Big mistake: Tough lesson from a one-time sale


Early in my sales career I made a huge mistake by selling a two-column by 10-inch ad to a well-established furniture store that had not previously advertised with our newspaper.

There was no problem with the store's credit. The ad looked great with a nice layout and no errors. Still, this sale taught me a lesson that I hope you don't have to learn the hard way.

I had been calling on Carlton Furniture for months. Mr. Carlton seemed to kind of like me, though he refused to advertise in the free weekly newspaper I represented, even though we had twice the local circulation of the daily news paper in our area. He spent thousands with the local daily, but wouldn't even give me a crumb.

I took spec ads to him. I brought him ideas for furniture ads that I found in other newspapers. I laughed at all of his jokes. I showed him testimonial letters. We discussed who his best customers were, and I told him how our newspaper reached them better than any other media. I was determined to get a good share of his advertising budget, and I really believed we could get the same good results for him that we got for our other advertisers.

Week after week, month after month, I got nothing. Then, finally, Mr. Carlton agreed to give me a shot. He pointed to a corner curio cabinet and told me that he wanted to run that in my paper. The cabinet, he said, was normally priced at over $2,000, but that he was going to let me advertise it for only $700. Mr. Carlton went on to explain that several months ago a customer had ordered the cabinet as part of a much larger set, but at the last moment had decided not to include it in the purchase.

I rushed back to the newspaper office to tell my advertising manager the good news, certain to be the star success story of our next sales meeting.

To my dismay and anger, my advertising manager told me that running that ad would be a huge mistake on my part, and that I should refuse it. I don't recall my exact reply, but suffice it to say that it questioned his sanity .

After all, I expected to be the hero for having my hard work pay off. I made a sale using the techniques my manager had taught me.

When I calmed down, my manager explained why he wanted me to turn down the ad. He explained that Mr. Carlton was giving me a "white elephant" to put in the paper. If the odd cabinet hadn't sold in the store over the last several months, it probably wouldn't sell in our newspaper either. My manager further suggested, to my amazement, that I go back to the store and tell Mr. Carlton "no thanks" on that ad. I seem to recall again questioning my manager's sanity, thinking that I was going to throw away all my hard work by refusing the ad. After all, if the cabinet sold, this could be my big break for getting more of Carlton Furniture's ad budget.

My manager told me that I needed to tell Mr. Carlton that if he really wanted to see if our newspaper could deliver results, that he needed to put his best-selling living room group, dinette and bedding in a series of half-page ads, and that he needed to run the ads every week for a month. What?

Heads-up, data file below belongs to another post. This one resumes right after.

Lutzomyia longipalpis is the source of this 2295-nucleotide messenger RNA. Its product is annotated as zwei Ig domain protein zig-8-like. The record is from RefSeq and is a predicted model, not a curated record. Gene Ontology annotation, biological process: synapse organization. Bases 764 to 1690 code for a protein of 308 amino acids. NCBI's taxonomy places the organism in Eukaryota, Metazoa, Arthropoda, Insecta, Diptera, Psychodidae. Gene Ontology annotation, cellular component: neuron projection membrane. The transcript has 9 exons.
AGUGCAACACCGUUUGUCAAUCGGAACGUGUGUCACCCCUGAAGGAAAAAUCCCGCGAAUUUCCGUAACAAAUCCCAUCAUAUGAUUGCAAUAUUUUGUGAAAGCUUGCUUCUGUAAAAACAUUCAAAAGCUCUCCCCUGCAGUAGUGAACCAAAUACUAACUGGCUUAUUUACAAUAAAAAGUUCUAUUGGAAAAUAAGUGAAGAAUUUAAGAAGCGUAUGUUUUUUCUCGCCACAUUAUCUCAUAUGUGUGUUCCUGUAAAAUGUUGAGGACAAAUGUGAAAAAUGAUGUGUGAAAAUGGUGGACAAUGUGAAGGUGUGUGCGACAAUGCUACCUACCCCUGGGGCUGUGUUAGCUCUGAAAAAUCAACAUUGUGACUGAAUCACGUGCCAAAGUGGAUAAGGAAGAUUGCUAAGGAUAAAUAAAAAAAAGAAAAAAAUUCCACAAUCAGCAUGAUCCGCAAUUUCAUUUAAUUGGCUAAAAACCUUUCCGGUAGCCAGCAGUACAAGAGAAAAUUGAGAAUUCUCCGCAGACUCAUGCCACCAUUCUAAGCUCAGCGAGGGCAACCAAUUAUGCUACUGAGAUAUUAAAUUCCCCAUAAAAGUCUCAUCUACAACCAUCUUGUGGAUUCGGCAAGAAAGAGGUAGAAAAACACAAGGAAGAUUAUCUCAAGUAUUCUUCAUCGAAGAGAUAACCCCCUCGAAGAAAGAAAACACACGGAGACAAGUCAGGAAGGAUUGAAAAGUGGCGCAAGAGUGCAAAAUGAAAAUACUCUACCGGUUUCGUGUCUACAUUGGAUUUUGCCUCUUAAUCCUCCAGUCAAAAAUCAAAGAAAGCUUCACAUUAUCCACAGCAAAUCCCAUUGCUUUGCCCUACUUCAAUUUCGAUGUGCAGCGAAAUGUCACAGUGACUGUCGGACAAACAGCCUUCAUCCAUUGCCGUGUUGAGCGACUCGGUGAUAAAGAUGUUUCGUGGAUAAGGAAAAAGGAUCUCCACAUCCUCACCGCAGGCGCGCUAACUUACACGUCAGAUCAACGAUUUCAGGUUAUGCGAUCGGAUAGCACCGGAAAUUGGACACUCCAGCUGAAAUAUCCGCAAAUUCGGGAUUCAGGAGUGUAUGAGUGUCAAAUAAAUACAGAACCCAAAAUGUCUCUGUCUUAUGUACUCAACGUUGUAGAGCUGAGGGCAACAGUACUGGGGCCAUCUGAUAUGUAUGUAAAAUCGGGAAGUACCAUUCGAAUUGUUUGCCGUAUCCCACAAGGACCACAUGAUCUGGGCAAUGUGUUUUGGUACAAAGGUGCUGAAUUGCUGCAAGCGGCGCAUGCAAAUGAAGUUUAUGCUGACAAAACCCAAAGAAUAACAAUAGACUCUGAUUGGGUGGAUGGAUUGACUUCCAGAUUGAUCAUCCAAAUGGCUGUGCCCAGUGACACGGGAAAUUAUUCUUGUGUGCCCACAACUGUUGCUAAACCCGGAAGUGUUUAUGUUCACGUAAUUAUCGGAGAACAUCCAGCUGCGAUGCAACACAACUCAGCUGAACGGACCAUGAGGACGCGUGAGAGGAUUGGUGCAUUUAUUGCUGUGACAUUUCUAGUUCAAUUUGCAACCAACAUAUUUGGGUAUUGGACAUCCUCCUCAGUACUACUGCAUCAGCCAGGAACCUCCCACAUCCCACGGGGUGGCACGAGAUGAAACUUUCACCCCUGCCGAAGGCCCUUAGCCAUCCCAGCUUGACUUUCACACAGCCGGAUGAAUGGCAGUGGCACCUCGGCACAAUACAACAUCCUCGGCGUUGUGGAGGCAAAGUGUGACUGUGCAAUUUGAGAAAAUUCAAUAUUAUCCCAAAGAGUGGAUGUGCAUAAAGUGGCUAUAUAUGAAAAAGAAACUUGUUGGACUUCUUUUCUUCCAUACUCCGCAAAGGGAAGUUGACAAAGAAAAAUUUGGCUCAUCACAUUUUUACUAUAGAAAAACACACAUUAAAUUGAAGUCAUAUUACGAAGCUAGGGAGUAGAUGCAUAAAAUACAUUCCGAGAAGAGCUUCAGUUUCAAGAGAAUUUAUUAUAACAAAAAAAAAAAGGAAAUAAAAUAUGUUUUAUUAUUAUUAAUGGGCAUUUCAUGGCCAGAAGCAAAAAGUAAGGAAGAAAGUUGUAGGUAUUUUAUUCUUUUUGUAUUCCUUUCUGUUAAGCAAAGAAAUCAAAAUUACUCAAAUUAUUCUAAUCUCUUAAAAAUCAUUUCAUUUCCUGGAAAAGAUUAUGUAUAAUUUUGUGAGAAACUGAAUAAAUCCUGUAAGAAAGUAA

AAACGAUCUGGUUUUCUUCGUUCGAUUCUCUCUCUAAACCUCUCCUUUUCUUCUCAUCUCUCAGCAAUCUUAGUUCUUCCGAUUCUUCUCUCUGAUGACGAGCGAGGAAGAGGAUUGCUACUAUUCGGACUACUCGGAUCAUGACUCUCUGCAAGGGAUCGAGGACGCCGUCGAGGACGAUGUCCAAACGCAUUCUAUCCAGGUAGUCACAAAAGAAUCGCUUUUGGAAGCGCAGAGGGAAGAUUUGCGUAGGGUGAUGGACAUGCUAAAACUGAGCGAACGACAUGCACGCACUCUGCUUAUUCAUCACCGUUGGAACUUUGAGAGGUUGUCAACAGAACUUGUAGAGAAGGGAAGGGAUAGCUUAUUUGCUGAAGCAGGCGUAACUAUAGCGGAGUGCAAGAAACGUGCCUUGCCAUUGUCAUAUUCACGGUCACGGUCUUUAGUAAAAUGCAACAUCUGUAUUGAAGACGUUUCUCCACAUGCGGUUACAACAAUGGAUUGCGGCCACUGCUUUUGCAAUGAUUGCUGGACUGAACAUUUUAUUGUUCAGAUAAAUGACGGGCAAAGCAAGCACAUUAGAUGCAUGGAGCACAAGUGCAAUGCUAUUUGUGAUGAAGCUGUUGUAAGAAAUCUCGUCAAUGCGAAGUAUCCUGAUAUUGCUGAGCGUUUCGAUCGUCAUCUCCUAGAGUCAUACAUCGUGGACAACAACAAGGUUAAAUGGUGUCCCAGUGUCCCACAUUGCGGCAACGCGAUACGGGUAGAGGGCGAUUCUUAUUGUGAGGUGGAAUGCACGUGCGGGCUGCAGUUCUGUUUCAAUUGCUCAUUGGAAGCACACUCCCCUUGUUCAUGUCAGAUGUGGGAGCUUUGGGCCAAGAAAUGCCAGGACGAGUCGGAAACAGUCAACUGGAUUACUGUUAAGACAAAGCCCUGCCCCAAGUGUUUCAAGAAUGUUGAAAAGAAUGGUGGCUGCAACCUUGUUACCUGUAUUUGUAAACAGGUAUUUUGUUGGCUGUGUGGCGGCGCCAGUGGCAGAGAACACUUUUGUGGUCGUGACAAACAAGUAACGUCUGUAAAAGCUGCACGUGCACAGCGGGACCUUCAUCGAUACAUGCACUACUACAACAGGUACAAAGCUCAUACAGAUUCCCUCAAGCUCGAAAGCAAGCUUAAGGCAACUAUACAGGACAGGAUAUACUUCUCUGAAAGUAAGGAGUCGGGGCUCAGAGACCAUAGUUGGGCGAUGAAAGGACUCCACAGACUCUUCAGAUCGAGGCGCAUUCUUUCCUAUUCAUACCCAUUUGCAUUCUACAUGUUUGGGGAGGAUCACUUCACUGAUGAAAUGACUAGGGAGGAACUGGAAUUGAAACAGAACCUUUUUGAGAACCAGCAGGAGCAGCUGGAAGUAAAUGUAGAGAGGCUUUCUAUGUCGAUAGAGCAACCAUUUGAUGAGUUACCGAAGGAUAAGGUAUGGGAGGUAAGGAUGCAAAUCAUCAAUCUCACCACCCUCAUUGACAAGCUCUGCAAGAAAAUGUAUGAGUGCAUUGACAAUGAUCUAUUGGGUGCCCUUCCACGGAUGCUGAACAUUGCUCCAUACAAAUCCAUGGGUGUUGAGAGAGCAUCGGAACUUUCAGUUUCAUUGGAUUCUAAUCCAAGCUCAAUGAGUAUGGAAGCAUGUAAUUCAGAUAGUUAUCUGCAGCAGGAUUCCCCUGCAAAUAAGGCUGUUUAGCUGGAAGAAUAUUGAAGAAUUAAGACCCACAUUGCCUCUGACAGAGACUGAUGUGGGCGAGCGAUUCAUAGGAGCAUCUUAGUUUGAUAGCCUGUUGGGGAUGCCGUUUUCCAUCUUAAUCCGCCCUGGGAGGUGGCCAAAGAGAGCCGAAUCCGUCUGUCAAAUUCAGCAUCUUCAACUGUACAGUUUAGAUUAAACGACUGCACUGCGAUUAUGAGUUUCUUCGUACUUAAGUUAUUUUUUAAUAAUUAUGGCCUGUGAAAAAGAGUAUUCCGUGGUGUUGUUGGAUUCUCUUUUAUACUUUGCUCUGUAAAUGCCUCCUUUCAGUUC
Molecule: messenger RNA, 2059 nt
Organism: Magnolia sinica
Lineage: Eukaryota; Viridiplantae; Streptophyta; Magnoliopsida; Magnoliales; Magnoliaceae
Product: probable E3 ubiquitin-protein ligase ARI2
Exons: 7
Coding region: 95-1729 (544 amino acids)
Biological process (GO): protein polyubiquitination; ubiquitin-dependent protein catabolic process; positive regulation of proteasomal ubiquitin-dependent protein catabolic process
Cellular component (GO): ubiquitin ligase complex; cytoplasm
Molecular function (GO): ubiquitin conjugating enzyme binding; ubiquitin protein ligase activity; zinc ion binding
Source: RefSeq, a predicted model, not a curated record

Now I knew my manager was nuts. It had taken me months just to get this one small ad, I wasn't about to blow my chance at this account by suggesting anything of the sort.

I ran the one-time ad for the cabinet, and not a single person responded.

Mr. Carlton cut the ad out and pasted it into his ad notebook. After that, every time I called on him and tried to close a sale, he simply turned to that page and told me that he was sorry, but that he gave me a chance and that my paper failed to produce any result. He said again and again that clearly no one that he needed to reach read my paper.

From then on, I had a better respect for my sales manager's experience. I learned that if the ad doesn't make the right offer, the odds of results are slim.

My advice to you is to never let your big chance to prove what your paper can do be an offer that probably won't pay off for the advertiser.

Political line-ad warning

After 33 years in classifieds I recently had a new first. An ad-viser at a shopper publication accepted a nice number of politically oriented line ads. This was a nice sale, but the ad-viser was not aware of the rules and laws that govern political ads. These ads had brief political messages and encouraged readers to visit websites for more information.

Unfortunately, the ads did not have the usual "paid political advertisement by..." disclaimers, because the ad-viser had no idea that certain disclaimers are required on political ads.

Be sure this same mistake isn't repeated at your publication by telling every classified, inside-sales and outside-sales rep that a manager must approve "any ads that involve politics in any way" before publication. The Federal Election Commission has a brochure on this subject that can be downloaded at

© Richard Clark 2010

Richard Clark is the owner of Classified Development. It is more important than ever to win every battle in classifieds. Clark can teach your team how to make that happen. With more than 200 successful projects during the last 13 years, his nuts-and-bolts recommendations, training programs, and rate-structuring techniques have never failed to pay off. With his help, your classifieds will thrive again. Find out more at, or call 423-929-2243.

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